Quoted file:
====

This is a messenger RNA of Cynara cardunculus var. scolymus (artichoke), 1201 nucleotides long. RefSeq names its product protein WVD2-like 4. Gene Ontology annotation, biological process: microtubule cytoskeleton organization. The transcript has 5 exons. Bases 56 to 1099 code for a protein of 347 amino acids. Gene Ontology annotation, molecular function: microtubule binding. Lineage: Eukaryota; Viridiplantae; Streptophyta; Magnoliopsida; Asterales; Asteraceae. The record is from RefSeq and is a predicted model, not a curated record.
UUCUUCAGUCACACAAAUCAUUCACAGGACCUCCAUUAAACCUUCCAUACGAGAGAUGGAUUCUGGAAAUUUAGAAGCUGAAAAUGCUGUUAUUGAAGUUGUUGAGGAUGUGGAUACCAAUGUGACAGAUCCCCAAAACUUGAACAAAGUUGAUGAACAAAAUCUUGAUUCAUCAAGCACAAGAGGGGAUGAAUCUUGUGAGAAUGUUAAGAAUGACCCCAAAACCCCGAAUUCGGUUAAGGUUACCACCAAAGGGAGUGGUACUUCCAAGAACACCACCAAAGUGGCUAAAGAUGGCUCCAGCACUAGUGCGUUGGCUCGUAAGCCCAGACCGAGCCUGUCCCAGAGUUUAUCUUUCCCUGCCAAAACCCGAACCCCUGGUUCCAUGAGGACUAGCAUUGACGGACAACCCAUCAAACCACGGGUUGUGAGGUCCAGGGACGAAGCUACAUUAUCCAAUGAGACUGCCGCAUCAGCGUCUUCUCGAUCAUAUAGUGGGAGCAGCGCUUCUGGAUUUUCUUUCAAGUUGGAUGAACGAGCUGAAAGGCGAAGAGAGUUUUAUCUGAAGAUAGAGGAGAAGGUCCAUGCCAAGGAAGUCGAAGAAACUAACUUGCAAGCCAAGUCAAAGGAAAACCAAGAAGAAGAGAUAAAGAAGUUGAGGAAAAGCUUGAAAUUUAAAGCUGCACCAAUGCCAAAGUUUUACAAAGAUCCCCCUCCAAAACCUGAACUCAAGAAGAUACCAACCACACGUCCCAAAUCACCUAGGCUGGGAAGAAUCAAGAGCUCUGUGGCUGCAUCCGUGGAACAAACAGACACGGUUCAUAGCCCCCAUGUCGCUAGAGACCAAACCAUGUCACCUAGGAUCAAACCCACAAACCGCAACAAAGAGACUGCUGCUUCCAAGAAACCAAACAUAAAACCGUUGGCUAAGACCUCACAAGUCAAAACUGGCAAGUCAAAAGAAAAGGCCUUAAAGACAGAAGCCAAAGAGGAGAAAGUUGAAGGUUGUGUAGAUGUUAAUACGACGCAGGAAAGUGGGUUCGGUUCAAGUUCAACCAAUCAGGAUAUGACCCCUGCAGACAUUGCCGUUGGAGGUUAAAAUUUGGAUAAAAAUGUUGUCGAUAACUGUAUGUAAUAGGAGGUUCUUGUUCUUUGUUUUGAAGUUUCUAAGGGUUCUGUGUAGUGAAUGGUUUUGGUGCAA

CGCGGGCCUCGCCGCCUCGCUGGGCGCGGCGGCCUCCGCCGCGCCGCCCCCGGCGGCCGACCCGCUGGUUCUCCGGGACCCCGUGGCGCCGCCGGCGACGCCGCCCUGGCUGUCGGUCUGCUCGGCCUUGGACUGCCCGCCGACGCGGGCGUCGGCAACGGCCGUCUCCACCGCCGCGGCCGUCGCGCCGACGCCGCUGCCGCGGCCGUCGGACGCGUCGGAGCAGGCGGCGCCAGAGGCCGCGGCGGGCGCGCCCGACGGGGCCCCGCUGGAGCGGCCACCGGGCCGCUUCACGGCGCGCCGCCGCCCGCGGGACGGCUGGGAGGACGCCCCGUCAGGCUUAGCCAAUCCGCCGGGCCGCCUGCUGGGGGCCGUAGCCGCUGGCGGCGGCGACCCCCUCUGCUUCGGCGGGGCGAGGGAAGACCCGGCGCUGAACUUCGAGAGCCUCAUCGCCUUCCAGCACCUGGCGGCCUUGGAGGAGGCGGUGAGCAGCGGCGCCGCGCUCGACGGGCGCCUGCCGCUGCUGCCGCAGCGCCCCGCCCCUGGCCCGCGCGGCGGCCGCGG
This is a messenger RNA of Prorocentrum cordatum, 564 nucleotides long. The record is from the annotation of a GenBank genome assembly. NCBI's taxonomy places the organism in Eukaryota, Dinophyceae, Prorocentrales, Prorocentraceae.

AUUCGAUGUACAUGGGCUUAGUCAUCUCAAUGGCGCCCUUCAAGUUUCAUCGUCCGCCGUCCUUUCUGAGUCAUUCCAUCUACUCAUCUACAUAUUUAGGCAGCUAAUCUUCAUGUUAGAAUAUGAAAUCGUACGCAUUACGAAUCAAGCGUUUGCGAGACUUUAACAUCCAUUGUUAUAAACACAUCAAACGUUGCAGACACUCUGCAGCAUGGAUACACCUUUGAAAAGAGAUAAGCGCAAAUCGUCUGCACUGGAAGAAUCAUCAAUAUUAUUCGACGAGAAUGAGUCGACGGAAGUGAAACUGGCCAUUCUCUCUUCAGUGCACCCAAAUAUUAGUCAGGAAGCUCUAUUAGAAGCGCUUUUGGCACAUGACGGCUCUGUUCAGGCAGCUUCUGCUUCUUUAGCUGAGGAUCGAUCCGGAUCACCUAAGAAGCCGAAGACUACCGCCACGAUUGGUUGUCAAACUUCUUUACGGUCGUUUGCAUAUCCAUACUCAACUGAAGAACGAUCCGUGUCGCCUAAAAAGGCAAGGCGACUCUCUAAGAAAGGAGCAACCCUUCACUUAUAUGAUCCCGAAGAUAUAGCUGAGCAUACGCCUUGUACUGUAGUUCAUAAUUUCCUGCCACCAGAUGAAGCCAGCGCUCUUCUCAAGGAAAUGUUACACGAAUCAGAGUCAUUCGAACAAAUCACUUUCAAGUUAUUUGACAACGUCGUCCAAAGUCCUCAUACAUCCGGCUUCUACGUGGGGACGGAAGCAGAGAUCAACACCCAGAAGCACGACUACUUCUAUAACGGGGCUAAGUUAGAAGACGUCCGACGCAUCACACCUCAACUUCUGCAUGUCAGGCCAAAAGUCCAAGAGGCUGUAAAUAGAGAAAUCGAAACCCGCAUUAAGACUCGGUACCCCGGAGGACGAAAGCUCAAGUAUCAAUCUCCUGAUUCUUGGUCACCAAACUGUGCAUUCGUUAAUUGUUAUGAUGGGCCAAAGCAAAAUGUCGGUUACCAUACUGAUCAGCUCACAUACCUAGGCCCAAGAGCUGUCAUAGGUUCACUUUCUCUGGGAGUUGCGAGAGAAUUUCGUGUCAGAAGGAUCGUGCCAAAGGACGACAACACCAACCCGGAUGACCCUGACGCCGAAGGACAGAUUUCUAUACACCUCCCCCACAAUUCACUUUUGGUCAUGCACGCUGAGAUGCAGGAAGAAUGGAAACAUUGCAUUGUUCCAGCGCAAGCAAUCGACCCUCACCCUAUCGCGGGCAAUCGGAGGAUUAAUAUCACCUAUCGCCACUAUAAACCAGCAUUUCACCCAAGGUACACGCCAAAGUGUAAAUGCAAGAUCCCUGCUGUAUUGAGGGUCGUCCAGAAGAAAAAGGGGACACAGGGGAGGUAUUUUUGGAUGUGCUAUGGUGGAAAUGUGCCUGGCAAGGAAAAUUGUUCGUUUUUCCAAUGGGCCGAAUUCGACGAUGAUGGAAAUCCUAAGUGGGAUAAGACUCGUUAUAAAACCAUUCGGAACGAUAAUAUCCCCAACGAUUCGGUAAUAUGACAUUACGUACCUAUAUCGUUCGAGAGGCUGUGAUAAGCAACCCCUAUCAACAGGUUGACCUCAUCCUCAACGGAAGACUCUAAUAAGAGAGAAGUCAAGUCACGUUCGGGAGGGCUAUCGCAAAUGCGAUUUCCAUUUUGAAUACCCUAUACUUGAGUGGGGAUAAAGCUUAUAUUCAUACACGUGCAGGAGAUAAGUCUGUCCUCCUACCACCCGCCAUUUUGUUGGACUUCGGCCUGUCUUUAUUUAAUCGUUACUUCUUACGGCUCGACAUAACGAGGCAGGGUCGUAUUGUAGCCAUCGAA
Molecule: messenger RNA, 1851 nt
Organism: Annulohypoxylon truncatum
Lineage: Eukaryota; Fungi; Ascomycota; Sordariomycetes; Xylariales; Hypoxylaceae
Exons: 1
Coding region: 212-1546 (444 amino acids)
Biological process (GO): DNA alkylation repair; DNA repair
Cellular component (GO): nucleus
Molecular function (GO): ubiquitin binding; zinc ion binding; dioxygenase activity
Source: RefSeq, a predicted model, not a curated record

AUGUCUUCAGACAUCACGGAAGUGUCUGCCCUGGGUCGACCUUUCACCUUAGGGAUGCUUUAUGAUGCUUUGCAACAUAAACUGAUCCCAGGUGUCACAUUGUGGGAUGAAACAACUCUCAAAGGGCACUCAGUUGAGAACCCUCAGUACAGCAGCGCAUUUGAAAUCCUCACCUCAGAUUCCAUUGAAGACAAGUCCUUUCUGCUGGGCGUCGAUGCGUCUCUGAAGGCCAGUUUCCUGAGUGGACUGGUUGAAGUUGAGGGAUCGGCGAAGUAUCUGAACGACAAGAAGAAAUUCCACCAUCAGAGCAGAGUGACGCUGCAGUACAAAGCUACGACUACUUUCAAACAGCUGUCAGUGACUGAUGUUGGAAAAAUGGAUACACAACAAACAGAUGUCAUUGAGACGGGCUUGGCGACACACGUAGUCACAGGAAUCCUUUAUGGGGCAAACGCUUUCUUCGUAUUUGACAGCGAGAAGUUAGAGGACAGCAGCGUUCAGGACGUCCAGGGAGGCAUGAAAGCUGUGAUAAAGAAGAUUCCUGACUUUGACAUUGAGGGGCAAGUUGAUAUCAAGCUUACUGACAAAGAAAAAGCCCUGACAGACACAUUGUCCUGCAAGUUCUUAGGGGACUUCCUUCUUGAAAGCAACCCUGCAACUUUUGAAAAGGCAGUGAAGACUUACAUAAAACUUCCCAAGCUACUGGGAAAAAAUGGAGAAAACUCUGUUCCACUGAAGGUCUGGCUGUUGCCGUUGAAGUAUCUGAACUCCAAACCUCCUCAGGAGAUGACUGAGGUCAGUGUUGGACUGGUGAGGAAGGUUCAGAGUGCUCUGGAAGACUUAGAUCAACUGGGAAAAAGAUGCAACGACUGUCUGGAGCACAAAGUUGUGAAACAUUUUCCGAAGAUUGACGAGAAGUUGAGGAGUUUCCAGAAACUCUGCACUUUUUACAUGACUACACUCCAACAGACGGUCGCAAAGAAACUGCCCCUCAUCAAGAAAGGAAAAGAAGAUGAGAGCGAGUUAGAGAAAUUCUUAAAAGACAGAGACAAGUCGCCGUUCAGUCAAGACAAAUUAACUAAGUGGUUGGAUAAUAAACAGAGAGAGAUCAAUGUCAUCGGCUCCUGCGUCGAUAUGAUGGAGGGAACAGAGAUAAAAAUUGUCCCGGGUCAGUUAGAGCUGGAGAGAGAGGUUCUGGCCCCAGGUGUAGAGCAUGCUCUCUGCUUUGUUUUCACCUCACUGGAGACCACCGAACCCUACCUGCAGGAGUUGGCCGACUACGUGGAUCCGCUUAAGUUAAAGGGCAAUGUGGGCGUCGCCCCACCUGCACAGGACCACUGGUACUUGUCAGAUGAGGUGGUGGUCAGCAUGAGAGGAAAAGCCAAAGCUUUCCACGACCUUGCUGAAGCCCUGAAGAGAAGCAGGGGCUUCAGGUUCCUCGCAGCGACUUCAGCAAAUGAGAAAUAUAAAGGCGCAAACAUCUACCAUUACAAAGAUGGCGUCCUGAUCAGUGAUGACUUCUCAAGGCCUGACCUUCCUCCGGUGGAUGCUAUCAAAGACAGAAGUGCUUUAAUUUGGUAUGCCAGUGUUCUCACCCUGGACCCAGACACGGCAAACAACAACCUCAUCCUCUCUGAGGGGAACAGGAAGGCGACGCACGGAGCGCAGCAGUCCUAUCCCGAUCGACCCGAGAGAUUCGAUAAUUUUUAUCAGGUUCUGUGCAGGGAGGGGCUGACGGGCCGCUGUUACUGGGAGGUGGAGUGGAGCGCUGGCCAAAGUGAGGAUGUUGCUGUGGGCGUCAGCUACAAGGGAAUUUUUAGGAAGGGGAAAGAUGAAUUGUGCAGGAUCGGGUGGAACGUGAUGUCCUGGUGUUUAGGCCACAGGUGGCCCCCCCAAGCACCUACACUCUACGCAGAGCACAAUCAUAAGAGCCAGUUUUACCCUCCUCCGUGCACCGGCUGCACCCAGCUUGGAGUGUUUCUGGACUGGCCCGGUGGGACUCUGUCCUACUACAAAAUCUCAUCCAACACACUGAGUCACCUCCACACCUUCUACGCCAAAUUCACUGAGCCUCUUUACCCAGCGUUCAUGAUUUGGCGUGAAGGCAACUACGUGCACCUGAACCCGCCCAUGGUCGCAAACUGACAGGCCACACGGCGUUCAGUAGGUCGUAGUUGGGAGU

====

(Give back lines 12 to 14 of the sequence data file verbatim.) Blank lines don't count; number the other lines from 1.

Cellular component (GO): nucleus
Molecular function (GO): ubiquitin binding; zinc ion binding; dioxygenase activity
Source: RefSeq, a predicted model, not a curated record